With Windows 11, Microsoft wants all consumer PCS to have the same enterprise-level security as business devices. If you have just bought a new machine or installed a new operating system, you may have enabled VBS by default, and performance will suffer. However, you can turn it off at any time and end up with the same level of security as Windows 10, with better performance.
What is Virtualization-based security, aka VBS? Click Here.
Windows 11 isn’t perfect, and critics have given Microsoft’s new operating system mixed reviews. However, if you’ve upgraded or are planning to do so, it’s worth noting that Windows 11 comes with enhanced security features, but at the expense of performance, even on relatively new hardware.
The culprit is a virtualization-based Security (VBS) feature, which was first introduced in Windows 10 as an optional security layer for enterprise PCS. The VIRTUAL block System (VBS) allows Windows 11 to isolate memory security areas and host security functions by using the hardware virtualization function of modern CPUs, for example, Hypervisor-Enforced Code Integrity (HVCI).
VBS and HVCI prevent hackers from running malicious code with trusted applications and drivers on your system because it will fail code integrity checks. All of this sounds great on paper, but early testing showed that it affected performance in some cases, most notably in games, which discounted performance by up to 28% in scenarios where AMD used some processors.
Users with first-generation Ryzen CPUs or 10th generation Intel CPUs and above will experience this performance degradation. For people using newer hardware, the overall performance impact is closer to 5%. Therefore, Microsoft recommends that OEMs enable VBS and HVCI by default on new PCS, allowing them to be disabled by default on gaming PCS.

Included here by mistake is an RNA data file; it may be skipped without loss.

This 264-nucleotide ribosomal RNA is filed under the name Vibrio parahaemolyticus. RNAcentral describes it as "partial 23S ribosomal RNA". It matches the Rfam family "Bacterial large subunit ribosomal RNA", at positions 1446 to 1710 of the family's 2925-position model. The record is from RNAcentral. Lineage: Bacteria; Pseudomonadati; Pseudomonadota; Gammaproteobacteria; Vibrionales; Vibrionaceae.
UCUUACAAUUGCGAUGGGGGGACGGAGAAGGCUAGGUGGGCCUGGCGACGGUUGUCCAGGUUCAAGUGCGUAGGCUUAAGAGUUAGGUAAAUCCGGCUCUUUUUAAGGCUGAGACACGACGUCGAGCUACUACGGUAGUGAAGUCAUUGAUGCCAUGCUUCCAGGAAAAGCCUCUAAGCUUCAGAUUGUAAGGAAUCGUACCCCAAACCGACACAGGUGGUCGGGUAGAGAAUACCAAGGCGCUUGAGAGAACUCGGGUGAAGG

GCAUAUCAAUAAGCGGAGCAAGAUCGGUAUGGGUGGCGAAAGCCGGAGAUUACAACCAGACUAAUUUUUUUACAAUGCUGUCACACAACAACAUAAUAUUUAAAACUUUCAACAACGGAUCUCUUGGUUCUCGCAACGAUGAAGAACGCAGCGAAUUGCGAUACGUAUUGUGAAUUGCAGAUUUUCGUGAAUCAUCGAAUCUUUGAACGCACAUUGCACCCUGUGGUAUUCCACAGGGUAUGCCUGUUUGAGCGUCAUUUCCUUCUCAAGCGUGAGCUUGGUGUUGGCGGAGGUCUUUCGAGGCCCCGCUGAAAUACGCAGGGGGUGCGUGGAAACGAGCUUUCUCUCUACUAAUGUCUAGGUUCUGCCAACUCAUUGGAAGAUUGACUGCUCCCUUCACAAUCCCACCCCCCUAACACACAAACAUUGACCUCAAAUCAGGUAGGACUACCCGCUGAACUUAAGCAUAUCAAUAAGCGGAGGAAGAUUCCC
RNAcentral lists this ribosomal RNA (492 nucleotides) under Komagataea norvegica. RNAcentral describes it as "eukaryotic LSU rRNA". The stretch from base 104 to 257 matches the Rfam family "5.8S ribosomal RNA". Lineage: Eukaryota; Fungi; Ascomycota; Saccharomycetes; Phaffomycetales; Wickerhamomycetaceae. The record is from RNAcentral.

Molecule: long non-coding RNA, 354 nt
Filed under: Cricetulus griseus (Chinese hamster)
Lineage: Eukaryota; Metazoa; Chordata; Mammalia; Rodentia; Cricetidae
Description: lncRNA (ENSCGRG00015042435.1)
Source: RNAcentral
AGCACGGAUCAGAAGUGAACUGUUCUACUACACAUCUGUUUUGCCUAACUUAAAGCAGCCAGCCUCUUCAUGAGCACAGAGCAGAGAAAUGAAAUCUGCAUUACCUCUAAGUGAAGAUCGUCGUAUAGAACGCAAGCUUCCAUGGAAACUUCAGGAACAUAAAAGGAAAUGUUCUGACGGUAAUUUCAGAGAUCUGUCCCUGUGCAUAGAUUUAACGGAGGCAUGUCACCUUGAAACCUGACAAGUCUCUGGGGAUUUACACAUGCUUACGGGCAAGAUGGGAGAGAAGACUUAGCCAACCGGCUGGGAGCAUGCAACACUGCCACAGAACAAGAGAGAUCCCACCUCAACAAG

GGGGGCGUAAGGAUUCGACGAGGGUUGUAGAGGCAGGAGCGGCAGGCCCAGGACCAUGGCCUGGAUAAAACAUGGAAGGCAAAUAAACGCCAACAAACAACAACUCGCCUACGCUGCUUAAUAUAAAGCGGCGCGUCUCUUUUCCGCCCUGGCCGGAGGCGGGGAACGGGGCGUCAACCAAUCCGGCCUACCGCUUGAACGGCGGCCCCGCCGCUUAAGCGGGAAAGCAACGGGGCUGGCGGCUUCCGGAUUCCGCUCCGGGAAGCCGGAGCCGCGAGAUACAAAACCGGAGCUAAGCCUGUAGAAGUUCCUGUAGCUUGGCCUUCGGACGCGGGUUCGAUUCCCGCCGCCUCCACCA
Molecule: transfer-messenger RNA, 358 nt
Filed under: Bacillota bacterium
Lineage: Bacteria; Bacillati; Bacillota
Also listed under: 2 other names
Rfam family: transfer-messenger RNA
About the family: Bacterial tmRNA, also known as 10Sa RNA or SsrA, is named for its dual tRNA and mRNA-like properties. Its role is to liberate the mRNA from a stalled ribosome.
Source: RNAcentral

If you upgrade from Windows 10 to Windows 11, VBS will be turned off by default unless it is enabled before you start the upgrade process. However, it will be enabled on a new computer or re-installed on an existing device, so it’s worth exploring how to check if it’s on and disable it for extra performance.
First, you need to turn on the system information. Under “System Summary”, check for a line that says “virtualization-based security”. If it says “not enabled”, you don’t need to do anything else. If it says “running”, read on.
On Windows 11, you can disable VBS in two ways. The first is to open “Settings” and click “Privacy & Security” in the left pane to see a list of security features, Windows permissions, and application permissions. Next, click “Windows Security “above and click Device Security from the list that appears afterward. Then click on “Core Isolation Details”, and it should be in color. This leaves you with a “memory integrity” switch that you need to turn off and restart your computer for it to take effect.
The same can be done by searching for “Core Isolation” from the taskbar or from the Settings app’s search box, which will take you to the same place as above.
Another way to disable VBS is to use the registry editor. You can open it by searching for its name on the taskbar or by clicking Windows+R and typing regedit in the text box that pops up — click OK and continue:
In the window that appears, there is an address bar that you can use to navigate directly to “HKEY_LOCAL_MACHINE/System\CurrentControlSet\Control\DeviceGuard”. In the pane on the right, you should see a DWORD value called “EnableVirtualizationBasedSecurity”. Open it and set it to “0”. As with the first method, you need to restart your computer for the changes to take effect.